In trying to ascertain an exact point of contact between Islamic rami and the divination system of ifa, we can do no better than accept the traditions of the F<jn and the Ewe tribes who acknowledge the Yoruba city of If^ as the centre from which the practice of ifa divination has spread. The Yoruba traditions themselves consistently refer back to the early kings of If^ and their diviners from whom the system was said to be derived. It seems therefore that this was the reception and subsequent diffusion point of the Islamic heritage of rami.

Ifa is the best known and most respected form of divination used by the Yoruba people of Nigeria, their African neighbours and their descendants in the Americas. Ifa is both the method and the deity of divination. The diviners that work the ifa, known in the Yoruba language as babalawo (literally 'father that has secrets'), are devotees of the god Ifa.

The divination technique is based on the sixteen figures or odu, and their 256 (i.e. 16 x 16) derivatives. These are formed by either the throwing down of a divining chain (Qpqlq) which has eight half seed shells strung on it, or by the manipulation of sixteen palm nuts (ikin).

The divining chain is quicker than the sixteen palm nuts, but the latter are considered more reliable, perhaps because they were more traditional, while the chain is a more recent 'short-cut method'.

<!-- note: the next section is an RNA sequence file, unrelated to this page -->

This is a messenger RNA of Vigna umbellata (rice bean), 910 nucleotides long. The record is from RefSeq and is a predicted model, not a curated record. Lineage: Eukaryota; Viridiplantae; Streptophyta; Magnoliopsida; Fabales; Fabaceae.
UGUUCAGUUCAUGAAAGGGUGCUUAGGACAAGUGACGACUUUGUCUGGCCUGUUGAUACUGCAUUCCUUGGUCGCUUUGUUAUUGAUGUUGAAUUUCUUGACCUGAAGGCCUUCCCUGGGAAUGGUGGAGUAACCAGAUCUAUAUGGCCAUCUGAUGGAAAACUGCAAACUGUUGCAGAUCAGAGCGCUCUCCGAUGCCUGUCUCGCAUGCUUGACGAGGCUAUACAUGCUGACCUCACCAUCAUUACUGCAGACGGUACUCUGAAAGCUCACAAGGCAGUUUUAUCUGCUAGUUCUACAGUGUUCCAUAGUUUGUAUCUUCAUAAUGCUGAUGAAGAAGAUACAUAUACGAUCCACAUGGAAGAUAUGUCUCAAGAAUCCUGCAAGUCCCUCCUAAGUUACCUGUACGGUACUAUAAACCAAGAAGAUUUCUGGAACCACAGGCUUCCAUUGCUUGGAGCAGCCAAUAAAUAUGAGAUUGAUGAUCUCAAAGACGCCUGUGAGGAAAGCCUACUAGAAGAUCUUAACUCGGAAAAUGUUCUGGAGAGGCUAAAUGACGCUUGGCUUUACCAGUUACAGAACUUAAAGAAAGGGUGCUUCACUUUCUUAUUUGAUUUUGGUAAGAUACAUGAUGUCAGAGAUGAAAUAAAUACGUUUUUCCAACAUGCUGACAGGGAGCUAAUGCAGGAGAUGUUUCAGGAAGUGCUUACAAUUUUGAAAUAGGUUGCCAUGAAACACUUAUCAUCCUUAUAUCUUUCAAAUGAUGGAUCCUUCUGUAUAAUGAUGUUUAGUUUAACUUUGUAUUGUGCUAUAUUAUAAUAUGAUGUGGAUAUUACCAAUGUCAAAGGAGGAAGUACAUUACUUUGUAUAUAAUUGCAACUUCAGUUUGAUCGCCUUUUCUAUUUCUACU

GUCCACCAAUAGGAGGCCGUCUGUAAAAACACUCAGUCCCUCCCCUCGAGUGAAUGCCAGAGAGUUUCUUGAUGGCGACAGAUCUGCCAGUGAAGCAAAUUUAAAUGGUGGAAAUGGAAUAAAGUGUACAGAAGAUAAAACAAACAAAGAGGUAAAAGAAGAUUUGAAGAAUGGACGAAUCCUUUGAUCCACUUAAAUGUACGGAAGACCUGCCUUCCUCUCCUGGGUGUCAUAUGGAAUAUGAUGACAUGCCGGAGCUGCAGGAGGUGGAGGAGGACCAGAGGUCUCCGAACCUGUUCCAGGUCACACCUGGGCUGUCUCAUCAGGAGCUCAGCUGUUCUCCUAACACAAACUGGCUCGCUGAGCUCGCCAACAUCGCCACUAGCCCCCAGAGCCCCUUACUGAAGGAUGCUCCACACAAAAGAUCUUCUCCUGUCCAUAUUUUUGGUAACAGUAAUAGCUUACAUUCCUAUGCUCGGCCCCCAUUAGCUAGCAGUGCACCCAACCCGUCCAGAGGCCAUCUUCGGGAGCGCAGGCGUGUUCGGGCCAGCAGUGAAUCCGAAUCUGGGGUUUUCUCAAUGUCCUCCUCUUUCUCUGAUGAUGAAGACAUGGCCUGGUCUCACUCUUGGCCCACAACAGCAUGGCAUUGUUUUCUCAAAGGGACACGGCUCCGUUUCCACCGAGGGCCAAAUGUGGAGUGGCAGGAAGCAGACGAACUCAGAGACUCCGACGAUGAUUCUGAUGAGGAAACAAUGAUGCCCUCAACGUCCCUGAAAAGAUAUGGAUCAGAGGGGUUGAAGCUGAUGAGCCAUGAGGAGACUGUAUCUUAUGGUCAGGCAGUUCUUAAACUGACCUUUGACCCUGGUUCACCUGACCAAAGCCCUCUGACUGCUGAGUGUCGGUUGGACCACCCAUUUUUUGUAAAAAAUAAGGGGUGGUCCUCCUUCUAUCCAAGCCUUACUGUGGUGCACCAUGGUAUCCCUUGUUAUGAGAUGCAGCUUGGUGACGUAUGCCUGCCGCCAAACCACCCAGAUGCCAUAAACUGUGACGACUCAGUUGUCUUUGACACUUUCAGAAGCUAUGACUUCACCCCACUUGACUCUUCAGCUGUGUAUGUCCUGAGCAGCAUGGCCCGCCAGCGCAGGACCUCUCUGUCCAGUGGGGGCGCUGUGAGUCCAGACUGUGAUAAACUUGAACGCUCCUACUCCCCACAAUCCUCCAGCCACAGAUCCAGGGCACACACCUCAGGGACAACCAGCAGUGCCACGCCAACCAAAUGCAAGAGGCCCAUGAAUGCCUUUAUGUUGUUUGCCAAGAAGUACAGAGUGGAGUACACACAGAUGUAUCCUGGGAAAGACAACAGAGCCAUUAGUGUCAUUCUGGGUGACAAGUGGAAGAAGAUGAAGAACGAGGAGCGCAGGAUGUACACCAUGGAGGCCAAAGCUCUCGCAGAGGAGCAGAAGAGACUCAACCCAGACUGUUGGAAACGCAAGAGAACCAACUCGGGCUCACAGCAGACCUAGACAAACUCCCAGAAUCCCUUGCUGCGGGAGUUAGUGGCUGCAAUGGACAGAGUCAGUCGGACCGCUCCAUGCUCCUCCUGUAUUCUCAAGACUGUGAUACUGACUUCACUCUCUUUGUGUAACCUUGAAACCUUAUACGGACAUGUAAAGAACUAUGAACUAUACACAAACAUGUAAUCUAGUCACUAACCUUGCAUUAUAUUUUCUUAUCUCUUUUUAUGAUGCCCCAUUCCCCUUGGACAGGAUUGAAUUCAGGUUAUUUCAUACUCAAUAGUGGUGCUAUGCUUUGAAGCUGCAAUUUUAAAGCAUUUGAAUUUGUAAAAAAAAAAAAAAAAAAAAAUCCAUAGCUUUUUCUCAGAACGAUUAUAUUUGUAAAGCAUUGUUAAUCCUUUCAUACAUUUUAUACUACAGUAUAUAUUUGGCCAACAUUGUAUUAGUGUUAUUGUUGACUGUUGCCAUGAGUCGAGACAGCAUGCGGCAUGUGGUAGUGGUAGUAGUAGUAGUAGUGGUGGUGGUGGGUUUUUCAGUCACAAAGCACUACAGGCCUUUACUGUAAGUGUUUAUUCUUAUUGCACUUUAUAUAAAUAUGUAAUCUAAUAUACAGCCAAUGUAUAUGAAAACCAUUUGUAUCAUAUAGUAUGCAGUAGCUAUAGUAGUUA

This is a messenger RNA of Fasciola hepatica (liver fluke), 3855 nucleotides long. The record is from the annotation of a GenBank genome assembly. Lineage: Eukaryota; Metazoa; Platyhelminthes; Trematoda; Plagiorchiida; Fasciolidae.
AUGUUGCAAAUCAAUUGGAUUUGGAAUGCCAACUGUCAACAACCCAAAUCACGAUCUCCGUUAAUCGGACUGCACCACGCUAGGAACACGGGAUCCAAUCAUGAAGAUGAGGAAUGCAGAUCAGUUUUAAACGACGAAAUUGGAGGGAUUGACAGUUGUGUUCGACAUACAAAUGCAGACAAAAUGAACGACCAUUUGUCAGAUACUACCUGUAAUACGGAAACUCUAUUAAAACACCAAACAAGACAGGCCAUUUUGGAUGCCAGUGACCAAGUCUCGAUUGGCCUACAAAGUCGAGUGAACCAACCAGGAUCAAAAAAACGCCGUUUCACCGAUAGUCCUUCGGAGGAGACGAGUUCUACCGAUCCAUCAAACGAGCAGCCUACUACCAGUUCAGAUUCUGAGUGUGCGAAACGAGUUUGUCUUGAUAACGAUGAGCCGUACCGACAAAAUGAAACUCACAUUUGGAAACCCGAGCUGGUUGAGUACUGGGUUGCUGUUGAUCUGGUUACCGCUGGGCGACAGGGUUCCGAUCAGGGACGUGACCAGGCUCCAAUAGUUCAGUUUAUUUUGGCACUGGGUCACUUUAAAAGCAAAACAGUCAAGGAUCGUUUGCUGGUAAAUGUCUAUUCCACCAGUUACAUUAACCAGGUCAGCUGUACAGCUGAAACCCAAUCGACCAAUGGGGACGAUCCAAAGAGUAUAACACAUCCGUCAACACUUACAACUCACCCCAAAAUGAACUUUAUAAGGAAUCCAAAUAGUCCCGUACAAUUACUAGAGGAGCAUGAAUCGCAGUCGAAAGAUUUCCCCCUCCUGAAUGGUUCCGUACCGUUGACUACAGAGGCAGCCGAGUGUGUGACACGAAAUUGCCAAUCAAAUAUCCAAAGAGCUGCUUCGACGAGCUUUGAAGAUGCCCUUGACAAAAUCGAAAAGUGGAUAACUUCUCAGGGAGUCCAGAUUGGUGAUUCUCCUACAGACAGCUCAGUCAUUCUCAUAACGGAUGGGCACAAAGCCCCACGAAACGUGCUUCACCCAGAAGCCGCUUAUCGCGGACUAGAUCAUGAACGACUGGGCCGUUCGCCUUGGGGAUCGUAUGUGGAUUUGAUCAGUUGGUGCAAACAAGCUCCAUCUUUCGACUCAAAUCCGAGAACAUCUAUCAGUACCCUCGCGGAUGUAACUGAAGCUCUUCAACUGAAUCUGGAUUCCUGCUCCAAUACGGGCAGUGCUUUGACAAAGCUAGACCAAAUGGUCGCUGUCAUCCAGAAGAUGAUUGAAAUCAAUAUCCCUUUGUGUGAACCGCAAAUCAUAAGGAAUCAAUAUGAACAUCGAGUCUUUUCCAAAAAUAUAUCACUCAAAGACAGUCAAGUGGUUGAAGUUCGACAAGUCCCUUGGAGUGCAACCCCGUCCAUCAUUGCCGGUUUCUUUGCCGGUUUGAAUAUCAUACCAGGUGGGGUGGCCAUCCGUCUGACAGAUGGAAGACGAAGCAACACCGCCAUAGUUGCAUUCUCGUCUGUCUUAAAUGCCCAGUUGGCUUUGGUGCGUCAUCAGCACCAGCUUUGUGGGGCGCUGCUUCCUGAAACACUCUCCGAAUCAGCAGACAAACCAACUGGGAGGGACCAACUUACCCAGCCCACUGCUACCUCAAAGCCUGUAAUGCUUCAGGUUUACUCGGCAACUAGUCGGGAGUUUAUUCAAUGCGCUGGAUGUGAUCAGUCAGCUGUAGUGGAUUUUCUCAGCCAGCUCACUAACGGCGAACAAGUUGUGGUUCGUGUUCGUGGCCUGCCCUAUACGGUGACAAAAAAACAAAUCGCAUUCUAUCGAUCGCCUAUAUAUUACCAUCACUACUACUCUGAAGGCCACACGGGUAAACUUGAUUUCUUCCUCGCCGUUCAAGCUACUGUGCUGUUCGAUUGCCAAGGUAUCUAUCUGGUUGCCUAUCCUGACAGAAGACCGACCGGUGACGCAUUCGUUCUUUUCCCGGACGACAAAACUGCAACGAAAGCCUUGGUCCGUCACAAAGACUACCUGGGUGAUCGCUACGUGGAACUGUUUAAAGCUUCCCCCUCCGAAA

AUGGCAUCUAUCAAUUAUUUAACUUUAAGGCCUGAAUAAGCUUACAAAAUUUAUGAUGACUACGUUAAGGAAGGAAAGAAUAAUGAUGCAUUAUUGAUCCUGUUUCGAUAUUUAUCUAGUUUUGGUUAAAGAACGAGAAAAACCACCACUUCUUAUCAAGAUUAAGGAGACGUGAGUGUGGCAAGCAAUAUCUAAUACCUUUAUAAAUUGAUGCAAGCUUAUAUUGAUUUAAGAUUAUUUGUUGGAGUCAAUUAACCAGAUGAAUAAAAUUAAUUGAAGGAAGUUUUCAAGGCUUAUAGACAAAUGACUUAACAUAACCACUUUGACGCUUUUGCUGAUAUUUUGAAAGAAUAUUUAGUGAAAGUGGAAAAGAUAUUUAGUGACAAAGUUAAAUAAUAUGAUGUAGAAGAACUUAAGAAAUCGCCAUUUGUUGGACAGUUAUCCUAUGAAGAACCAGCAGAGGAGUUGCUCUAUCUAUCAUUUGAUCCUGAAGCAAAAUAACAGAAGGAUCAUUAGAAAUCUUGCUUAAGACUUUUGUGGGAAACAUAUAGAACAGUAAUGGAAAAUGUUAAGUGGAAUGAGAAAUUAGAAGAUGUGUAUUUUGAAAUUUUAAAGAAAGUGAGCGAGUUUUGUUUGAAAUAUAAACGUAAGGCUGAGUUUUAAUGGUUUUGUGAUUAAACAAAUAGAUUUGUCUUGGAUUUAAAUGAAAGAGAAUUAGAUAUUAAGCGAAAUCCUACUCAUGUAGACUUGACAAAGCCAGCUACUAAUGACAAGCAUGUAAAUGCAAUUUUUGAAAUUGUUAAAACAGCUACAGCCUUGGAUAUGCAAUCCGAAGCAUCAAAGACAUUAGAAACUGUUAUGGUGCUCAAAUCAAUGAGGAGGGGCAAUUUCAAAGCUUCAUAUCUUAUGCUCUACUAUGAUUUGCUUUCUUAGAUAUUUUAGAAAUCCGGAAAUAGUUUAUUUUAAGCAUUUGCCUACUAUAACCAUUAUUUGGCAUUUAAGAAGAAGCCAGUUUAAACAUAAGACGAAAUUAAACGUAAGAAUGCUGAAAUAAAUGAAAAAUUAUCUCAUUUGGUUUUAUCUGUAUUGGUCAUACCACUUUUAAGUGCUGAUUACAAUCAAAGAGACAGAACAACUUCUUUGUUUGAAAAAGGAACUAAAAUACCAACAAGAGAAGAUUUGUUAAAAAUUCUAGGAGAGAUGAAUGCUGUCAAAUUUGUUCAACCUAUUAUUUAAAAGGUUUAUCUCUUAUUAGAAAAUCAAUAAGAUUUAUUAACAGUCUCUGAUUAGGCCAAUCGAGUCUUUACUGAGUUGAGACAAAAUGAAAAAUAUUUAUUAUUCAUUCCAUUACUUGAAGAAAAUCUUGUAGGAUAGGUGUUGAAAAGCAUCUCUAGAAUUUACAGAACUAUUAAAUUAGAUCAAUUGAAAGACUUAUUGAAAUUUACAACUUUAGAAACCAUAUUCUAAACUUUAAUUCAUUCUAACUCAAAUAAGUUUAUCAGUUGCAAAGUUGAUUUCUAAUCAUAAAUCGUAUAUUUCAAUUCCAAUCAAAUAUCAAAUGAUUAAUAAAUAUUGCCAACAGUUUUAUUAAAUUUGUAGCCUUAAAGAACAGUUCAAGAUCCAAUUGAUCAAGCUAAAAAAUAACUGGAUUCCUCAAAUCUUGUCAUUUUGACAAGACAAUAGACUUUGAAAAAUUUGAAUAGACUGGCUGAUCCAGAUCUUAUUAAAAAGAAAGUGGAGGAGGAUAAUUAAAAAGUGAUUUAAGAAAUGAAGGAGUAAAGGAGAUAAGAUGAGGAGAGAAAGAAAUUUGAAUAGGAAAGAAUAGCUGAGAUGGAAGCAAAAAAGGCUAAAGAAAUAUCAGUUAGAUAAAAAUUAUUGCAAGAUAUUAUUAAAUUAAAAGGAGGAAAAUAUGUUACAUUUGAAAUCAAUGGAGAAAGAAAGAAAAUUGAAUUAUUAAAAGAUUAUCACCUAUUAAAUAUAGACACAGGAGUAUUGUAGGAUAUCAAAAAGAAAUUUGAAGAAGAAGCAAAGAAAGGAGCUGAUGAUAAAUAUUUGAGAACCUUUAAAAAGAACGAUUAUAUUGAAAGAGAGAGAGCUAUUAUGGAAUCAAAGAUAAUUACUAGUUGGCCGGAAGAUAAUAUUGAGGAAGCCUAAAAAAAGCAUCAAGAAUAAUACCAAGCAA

Ifa, the oracle god, is supposed to have been the god who directed creation. Ifa took the materials of the universe from a snail shell in a 'bag' suspended between the thighs of an older god, and used them to form the universe, scattering 'soil' to form the earth. Ifa later descended to earth in human form to help with child-bearing, teach medicine and give information on secret and hidden matters. Like the Roman Mercury, or the Greek Hermes, Ifa brings messages from the gods and is patron of divination and medicine. Also like Mercury, he is multi-lingual, and the god of language. Rather than attributing ifa divination to the Arab traders, the Yoruba people say that Ifa taught his method of divination to them whilst he was on earth.

A similar system of divination is practised in near-by Dahomey, and dedicated to the god Fa, who was said to have presented the tribes with some special palm nuts brought down from heaven. The diviner in both systems is supposed to throw the nuts from one hand to another, and, depending on whether the remaining nuts were odd or even, mark down either one or two marks on the powder scattered on a divining board. It is this pattern traced on the board which provides the data for the interpretation of the oracle.